As a self-development junkie, I’m always seeking answers to questions like these for myself. And given that my work as Director of Talent Development at IAC (Ask Applications and The Mosaic Group) is to help develop others, I like to share my research with people who could also benefit from this knowledge and so no one experiences FoMo (Fear of Missing Out).
I’ve read a lot of books on the topic of motivation but there is one that lays out a framework that really resonated with me when I first read it in 2017.
The book is called Primed to Perform: How to Build the Highest Performing Cultures Through the Science of Total Motivation by Neel Doshi and Lindsay McGregor who also run the consulting firm called Vega Factor.
After years of research with hundreds of organizations and thousands of people, Doshi and McGregor narrowed down what positively and directly motivates us to perform at our best: play, purpose, and potential.
Play is not the ping pong game in the company break room. It is when you are motivated by the work itself. You work because you enjoy it. Play is your curiosity, your desire to experiment and explore challenging problems. An engineer at play enjoys learning new coding languages and problem solving on how to make a better product.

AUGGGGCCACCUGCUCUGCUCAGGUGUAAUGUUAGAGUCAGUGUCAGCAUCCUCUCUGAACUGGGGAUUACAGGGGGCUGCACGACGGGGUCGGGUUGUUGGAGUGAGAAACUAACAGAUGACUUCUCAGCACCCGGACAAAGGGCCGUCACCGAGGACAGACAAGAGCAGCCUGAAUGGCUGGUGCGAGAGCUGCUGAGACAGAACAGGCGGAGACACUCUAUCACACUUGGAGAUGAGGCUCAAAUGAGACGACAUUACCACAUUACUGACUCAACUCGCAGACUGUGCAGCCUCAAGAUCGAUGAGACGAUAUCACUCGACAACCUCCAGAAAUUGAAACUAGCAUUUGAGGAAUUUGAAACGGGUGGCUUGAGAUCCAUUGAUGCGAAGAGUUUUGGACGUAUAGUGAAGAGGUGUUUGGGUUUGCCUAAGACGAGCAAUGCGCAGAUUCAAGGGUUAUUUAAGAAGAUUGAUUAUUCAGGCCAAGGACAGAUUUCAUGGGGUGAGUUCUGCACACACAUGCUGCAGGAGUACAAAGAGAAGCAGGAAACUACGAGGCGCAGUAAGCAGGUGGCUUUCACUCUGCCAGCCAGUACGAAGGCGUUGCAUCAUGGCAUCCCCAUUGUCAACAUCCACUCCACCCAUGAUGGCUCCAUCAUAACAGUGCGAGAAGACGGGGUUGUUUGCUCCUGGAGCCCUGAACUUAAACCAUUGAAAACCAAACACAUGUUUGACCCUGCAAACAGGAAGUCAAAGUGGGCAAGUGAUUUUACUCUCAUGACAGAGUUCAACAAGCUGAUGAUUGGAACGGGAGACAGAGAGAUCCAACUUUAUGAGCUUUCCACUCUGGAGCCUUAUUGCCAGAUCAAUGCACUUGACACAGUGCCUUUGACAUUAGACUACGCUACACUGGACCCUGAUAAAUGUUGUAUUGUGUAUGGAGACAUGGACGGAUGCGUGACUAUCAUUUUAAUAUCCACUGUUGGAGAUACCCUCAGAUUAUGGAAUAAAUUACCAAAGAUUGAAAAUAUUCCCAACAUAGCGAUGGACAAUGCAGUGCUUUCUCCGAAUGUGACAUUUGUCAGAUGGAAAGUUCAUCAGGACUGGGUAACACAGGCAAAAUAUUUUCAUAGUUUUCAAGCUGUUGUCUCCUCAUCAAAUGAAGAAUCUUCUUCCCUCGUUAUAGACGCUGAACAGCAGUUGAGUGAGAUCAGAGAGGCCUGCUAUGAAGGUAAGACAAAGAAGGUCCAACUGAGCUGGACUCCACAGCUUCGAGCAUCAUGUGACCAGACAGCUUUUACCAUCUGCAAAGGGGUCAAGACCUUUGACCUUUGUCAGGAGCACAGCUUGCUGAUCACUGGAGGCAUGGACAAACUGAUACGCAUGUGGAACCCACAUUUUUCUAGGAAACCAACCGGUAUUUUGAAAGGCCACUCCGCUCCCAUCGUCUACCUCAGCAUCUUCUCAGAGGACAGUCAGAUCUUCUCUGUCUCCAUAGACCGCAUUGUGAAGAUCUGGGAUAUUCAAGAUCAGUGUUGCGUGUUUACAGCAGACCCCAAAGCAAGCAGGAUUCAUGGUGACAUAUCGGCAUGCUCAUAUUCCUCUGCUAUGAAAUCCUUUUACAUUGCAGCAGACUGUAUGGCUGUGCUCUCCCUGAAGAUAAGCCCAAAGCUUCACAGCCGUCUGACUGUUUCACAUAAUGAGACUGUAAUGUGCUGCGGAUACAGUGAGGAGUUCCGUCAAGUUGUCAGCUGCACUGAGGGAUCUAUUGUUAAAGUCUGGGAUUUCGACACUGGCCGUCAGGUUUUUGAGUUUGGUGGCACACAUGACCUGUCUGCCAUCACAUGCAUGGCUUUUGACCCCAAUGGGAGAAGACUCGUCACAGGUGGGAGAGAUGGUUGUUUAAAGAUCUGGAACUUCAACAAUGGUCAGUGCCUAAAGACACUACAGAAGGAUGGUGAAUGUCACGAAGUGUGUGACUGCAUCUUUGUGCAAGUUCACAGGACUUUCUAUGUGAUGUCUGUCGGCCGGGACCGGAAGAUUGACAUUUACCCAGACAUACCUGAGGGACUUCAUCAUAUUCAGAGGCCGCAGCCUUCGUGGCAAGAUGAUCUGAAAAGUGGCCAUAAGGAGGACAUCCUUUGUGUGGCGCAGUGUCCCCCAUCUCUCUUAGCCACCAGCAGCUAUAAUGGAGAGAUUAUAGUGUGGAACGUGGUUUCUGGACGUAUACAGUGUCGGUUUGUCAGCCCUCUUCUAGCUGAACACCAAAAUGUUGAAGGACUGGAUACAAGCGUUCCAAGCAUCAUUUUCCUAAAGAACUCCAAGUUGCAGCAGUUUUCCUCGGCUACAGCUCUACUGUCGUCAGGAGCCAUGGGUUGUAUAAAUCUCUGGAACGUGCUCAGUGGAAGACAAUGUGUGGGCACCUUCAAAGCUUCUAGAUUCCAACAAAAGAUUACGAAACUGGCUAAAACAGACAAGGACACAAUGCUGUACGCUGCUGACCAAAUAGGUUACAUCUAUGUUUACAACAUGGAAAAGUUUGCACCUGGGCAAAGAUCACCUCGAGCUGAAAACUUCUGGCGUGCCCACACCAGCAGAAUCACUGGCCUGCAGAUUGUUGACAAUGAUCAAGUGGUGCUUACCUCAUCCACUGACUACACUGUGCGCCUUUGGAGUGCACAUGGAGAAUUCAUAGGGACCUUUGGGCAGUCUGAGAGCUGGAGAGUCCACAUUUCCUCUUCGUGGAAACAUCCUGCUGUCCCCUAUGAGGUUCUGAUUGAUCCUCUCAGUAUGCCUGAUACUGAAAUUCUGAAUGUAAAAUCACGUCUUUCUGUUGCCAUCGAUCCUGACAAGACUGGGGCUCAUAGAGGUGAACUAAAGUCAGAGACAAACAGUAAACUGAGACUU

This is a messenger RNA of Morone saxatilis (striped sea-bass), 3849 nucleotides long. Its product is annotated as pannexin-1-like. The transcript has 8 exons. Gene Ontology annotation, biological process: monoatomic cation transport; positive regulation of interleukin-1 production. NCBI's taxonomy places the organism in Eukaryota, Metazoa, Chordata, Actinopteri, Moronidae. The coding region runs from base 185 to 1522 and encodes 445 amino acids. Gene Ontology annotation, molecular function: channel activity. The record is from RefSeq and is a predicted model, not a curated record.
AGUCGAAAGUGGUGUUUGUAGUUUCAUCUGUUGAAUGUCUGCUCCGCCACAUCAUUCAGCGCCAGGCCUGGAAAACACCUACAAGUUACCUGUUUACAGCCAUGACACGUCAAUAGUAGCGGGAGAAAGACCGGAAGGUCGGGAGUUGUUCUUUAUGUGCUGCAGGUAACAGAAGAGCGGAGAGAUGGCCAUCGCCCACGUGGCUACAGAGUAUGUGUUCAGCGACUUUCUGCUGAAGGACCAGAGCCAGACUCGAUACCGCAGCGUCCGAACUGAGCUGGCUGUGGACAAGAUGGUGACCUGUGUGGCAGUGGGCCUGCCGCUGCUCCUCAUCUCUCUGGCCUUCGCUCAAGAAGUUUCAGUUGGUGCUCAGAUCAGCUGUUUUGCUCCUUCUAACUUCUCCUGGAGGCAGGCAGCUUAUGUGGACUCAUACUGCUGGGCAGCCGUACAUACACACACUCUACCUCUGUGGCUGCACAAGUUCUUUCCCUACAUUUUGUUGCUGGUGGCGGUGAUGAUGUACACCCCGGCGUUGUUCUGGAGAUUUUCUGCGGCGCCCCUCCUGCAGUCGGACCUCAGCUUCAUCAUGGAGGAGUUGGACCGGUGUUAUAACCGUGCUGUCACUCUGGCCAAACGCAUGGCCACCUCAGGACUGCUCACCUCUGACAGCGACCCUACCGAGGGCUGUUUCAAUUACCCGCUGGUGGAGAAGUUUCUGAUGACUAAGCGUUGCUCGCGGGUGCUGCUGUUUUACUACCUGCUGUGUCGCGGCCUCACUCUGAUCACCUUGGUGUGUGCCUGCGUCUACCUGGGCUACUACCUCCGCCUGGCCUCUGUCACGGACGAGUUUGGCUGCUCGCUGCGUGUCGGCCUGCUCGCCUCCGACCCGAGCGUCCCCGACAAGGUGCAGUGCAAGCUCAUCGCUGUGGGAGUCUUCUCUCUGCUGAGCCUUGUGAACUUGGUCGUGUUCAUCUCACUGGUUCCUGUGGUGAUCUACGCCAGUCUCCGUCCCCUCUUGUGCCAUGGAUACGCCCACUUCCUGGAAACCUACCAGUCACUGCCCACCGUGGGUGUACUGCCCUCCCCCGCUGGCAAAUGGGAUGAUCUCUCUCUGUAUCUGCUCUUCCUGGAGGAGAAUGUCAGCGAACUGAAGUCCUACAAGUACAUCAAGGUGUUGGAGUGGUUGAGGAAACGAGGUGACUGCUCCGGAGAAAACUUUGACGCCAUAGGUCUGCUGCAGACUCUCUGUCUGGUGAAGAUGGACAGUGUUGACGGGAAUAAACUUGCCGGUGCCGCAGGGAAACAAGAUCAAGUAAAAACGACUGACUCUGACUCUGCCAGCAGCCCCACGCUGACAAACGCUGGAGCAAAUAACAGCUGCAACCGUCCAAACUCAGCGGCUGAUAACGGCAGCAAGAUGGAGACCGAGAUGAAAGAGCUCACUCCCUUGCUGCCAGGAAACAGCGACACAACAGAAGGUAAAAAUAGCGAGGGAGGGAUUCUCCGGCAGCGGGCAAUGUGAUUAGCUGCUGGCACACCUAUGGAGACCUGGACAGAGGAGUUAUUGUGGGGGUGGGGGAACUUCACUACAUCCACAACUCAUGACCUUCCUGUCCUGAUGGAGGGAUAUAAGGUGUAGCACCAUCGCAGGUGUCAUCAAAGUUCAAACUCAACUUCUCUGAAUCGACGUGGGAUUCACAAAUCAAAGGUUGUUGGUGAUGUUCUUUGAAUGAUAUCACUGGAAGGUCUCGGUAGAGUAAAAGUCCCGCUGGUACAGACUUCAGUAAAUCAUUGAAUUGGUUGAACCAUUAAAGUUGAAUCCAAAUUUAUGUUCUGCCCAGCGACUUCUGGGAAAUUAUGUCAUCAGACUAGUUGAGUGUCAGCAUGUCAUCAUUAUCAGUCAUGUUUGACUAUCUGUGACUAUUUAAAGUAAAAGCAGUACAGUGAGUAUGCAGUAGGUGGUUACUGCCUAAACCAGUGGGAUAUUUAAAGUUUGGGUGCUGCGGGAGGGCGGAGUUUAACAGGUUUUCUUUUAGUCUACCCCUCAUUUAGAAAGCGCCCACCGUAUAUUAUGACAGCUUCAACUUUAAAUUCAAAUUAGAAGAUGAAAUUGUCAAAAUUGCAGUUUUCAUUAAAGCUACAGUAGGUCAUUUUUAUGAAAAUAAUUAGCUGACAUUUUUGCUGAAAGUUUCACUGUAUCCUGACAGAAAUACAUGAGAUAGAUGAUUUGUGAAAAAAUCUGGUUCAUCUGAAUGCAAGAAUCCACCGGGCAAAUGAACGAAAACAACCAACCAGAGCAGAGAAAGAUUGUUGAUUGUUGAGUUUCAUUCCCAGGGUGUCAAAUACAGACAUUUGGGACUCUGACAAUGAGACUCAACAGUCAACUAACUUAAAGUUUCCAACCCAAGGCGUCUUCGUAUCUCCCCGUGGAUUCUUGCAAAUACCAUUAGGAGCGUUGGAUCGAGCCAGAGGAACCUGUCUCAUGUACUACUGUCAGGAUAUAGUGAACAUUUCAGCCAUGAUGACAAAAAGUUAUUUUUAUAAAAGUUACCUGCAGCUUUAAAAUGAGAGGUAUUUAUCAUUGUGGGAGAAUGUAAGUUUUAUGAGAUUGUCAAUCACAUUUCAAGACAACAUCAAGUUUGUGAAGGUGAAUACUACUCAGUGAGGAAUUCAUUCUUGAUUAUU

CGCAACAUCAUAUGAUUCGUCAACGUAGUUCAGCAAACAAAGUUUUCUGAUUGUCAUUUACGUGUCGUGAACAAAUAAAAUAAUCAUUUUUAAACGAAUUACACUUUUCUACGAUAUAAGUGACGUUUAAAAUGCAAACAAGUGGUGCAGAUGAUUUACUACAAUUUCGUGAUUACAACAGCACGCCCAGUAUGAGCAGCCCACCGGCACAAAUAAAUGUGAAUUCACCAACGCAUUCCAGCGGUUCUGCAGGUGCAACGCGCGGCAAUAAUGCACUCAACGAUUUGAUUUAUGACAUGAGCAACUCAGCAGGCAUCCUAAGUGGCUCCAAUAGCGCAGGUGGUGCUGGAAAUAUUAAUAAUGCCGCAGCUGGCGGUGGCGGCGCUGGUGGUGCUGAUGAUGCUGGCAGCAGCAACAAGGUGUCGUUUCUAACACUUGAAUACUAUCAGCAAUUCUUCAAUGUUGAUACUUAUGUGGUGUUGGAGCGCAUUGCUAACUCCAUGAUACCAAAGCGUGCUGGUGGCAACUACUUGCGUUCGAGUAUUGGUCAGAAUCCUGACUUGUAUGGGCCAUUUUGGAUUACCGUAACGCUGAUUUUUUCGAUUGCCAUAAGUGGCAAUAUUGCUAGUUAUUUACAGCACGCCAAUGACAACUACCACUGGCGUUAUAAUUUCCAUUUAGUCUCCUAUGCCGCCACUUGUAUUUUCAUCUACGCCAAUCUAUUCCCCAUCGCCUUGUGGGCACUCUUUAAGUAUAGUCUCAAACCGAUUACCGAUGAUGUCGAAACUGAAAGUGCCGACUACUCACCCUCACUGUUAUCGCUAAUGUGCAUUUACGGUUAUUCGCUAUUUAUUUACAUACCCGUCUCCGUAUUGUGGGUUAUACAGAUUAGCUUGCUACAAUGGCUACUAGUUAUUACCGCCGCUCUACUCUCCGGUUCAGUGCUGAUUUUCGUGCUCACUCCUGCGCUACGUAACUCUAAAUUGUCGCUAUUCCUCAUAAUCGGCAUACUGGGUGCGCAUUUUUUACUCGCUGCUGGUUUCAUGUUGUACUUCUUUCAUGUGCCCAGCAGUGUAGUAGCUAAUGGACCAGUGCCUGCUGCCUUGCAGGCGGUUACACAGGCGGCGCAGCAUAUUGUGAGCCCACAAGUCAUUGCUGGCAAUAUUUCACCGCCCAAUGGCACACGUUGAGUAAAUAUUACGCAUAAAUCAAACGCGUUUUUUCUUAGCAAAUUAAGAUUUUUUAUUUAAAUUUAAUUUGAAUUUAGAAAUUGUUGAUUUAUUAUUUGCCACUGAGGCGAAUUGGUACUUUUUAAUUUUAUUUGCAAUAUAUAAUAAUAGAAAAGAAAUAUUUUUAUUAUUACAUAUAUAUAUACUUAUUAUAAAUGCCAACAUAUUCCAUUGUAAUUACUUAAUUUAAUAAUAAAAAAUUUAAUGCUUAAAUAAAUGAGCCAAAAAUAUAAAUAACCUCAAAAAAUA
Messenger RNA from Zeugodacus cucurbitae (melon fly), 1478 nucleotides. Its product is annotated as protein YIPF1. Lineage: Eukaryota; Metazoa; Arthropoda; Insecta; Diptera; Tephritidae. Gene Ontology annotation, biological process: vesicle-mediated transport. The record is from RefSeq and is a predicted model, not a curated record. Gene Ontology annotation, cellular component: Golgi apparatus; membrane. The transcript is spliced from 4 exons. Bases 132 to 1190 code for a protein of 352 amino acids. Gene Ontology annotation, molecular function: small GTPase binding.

Purpose is when the direct outcome of the work aligns with your identity. You work because you value the work’s impact on your customers, your community, and the lives of others. For example, an engineer driven by purpose, identifies with the mission of making people’s lives easier in just a few clicks.
Potential is when you benefit from the outcome of the work. In other words, the work helps you to develop a new skill or to advance your career. For example, an engineer is motivated by potential when she is learning the skills she needs to eventually create her own app or to become CTO of her company.
Since these three motives are directly connected to the work itself, they are referred to in the book as direct motives. When they are present, they improve individual performance significantly.
There are also three indirect motives that may come to mind when thinking about motivation. The indirect motives are emotional pressure, economic pressure, and inertia. I recommend reading the book for more details on those.
There is a lot that organizations can do to help increase the ToMo of their employees and that is primarily the focus on this book. I, however, want to empower you to take the reins on increasing your own total motivation.
My challenge to you is to answer those questions for yourself and then start making a list of actions you can take to enhance your sense of play, purpose, and potential. Share this list with your manager, mentor, coworkers, family and friends that can help you brainstorm how to bring your list to life. It could be a win-win for you and your organization or loved ones.
Higher motivation and fulfillment for you is going to lead to higher performance and company goal achievement. Don't have FOMO, find your TOMO!
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